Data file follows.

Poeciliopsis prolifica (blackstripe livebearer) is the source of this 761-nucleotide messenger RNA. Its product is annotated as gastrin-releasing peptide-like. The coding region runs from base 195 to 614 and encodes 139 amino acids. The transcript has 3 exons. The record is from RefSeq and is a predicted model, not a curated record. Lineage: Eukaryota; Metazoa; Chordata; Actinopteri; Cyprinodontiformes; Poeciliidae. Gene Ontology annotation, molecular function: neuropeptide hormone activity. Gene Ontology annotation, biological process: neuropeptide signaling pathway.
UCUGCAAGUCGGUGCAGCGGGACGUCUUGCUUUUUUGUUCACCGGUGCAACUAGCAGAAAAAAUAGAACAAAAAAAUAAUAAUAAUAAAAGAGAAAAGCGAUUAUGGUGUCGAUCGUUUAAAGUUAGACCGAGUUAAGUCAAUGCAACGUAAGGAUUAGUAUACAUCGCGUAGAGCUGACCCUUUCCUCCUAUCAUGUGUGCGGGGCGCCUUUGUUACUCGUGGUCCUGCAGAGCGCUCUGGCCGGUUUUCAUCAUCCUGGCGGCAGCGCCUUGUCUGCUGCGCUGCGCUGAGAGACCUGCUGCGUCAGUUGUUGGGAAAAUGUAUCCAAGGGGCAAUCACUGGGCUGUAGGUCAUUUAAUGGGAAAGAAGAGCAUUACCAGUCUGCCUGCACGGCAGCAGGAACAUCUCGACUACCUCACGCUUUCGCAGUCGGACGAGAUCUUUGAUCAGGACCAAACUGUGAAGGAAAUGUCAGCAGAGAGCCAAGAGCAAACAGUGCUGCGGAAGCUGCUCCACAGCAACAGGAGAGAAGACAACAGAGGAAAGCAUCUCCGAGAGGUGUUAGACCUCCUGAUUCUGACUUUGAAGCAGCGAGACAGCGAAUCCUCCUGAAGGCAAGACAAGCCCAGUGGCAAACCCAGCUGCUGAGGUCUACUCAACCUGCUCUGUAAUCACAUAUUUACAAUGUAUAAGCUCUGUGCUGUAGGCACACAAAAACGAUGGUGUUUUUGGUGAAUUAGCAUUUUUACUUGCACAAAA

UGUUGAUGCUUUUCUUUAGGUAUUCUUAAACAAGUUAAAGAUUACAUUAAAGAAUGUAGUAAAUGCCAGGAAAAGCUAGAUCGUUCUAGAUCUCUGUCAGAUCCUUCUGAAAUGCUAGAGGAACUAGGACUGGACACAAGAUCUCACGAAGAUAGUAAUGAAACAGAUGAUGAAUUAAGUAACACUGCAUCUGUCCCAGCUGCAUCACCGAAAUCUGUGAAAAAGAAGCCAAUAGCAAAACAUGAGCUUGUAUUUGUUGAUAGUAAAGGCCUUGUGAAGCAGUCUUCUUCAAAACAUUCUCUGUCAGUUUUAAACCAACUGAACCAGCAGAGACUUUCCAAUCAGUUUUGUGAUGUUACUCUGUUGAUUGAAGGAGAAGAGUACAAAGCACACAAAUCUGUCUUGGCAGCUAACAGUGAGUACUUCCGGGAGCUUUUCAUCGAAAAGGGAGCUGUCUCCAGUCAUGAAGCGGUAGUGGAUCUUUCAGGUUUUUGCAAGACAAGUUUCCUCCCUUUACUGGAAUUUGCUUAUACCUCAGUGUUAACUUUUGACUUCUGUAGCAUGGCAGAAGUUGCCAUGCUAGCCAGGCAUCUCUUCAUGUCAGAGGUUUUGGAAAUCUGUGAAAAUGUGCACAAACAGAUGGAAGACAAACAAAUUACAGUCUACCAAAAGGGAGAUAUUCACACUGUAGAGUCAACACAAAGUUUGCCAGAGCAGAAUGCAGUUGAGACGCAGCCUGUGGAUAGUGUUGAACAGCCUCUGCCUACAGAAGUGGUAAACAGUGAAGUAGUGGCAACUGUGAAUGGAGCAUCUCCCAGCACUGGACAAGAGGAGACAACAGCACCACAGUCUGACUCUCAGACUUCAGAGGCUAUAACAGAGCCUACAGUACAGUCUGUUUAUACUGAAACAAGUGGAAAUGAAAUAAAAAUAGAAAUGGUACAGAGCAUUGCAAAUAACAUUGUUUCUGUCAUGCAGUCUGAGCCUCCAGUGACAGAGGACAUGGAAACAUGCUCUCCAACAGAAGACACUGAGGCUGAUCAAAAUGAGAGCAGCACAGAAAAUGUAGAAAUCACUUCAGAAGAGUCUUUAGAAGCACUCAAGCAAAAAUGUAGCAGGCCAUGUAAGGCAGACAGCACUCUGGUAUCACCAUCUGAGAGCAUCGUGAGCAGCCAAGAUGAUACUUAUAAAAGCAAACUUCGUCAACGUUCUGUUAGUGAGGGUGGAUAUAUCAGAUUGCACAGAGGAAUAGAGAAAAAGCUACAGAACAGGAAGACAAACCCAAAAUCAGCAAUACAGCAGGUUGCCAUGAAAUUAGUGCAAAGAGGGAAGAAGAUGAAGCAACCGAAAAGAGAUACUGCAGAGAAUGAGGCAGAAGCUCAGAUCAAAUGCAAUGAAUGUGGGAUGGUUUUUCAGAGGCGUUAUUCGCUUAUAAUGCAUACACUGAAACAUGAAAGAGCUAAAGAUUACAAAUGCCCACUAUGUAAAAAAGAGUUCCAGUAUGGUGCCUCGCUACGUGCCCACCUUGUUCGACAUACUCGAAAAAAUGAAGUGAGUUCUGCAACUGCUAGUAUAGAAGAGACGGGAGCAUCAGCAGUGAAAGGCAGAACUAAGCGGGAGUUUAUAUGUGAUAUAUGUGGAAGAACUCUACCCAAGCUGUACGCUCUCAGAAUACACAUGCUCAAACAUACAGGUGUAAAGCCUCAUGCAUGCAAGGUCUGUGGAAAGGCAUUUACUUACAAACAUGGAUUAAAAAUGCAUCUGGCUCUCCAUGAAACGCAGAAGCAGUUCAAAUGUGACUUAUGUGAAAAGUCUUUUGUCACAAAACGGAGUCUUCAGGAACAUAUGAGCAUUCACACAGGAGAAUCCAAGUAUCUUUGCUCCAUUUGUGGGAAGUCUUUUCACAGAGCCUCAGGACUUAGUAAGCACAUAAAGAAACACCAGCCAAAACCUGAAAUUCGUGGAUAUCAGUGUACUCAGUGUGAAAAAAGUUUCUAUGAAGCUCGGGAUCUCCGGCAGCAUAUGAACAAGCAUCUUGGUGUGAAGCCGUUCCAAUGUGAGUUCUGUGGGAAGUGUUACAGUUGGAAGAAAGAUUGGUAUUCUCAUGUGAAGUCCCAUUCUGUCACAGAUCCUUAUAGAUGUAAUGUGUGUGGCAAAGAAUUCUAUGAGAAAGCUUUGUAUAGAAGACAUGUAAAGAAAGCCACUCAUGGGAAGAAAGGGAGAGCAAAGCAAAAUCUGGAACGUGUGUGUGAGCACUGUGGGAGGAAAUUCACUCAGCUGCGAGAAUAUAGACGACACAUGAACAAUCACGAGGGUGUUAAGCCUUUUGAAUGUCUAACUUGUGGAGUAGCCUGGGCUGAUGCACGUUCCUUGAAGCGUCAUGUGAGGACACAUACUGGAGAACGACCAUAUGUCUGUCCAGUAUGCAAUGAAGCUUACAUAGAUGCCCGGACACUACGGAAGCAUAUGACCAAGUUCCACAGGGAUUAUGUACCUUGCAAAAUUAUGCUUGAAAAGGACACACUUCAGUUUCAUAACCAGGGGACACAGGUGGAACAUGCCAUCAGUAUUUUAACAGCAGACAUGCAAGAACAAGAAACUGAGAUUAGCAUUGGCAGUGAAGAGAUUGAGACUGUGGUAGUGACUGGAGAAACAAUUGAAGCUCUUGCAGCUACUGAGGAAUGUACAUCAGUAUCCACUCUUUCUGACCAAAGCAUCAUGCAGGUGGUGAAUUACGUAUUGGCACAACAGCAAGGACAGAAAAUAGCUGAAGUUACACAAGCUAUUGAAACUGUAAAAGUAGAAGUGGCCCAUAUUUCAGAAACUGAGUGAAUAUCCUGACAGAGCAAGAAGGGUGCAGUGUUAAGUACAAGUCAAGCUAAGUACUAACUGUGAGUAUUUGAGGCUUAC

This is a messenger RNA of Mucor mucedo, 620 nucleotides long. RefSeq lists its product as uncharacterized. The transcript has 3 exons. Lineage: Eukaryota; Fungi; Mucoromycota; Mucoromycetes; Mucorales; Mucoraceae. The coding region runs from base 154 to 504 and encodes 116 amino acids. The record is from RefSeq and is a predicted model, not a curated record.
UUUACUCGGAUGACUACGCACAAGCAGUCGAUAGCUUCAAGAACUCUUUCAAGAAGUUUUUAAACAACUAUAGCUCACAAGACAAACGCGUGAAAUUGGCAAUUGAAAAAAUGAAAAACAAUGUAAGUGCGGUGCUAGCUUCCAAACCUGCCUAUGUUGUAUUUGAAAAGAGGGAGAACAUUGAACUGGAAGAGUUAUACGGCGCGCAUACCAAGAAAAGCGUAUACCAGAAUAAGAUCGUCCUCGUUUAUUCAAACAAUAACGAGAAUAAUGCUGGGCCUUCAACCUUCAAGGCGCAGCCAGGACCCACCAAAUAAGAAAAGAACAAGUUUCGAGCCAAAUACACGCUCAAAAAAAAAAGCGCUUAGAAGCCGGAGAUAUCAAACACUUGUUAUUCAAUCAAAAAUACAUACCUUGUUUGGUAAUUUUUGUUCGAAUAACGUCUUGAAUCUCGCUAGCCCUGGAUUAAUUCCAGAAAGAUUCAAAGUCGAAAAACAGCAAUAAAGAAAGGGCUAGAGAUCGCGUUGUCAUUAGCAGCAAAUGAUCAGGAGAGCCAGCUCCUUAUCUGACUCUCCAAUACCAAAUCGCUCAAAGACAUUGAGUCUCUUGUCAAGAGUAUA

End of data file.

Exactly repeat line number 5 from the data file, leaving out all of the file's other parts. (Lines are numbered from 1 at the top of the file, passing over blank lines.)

UUUACUCGGAUGACUACGCACAAGCAGUCGAUAGCUUCAAGAACUCUUUCAAGAAGUUUUUAAACAACUAUAGCUCACAAGACAAACGCGUGAAAUUGGCAAUUGAAAAAAUGAAAAACAAUGUAAGUGCGGUGCUAGCUUCCAAACCUGCCUAUGUUGUAUUUGAAAAGAGGGAGAACAUUGAACUGGAAGAGUUAUACGGCGCGCAUACCAAGAAAAGCGUAUACCAGAAUAAGAUCGUCCUCGUUUAUUCAAACAAUAACGAGAAUAAUGCUGGGCCUUCAACCUUCAAGGCGCAGCCAGGACCCACCAAAUAAGAAAAGAACAAGUUUCGAGCCAAAUACACGCUCAAAAAAAAAAGCGCUUAGAAGCCGGAGAUAUCAAACACUUGUUAUUCAAUCAAAAAUACAUACCUUGUUUGGUAAUUUUUGUUCGAAUAACGUCUUGAAUCUCGCUAGCCCUGGAUUAAUUCCAGAAAGAUUCAAAGUCGAAAAACAGCAAUAAAGAAAGGGCUAGAGAUCGCGUUGUCAUUAGCAGCAAAUGAUCAGGAGAGCCAGCUCCUUAUCUGACUCUCCAAUACCAAAUCGCUCAAAGACAUUGAGUCUCUUGUCAAGAGUAUA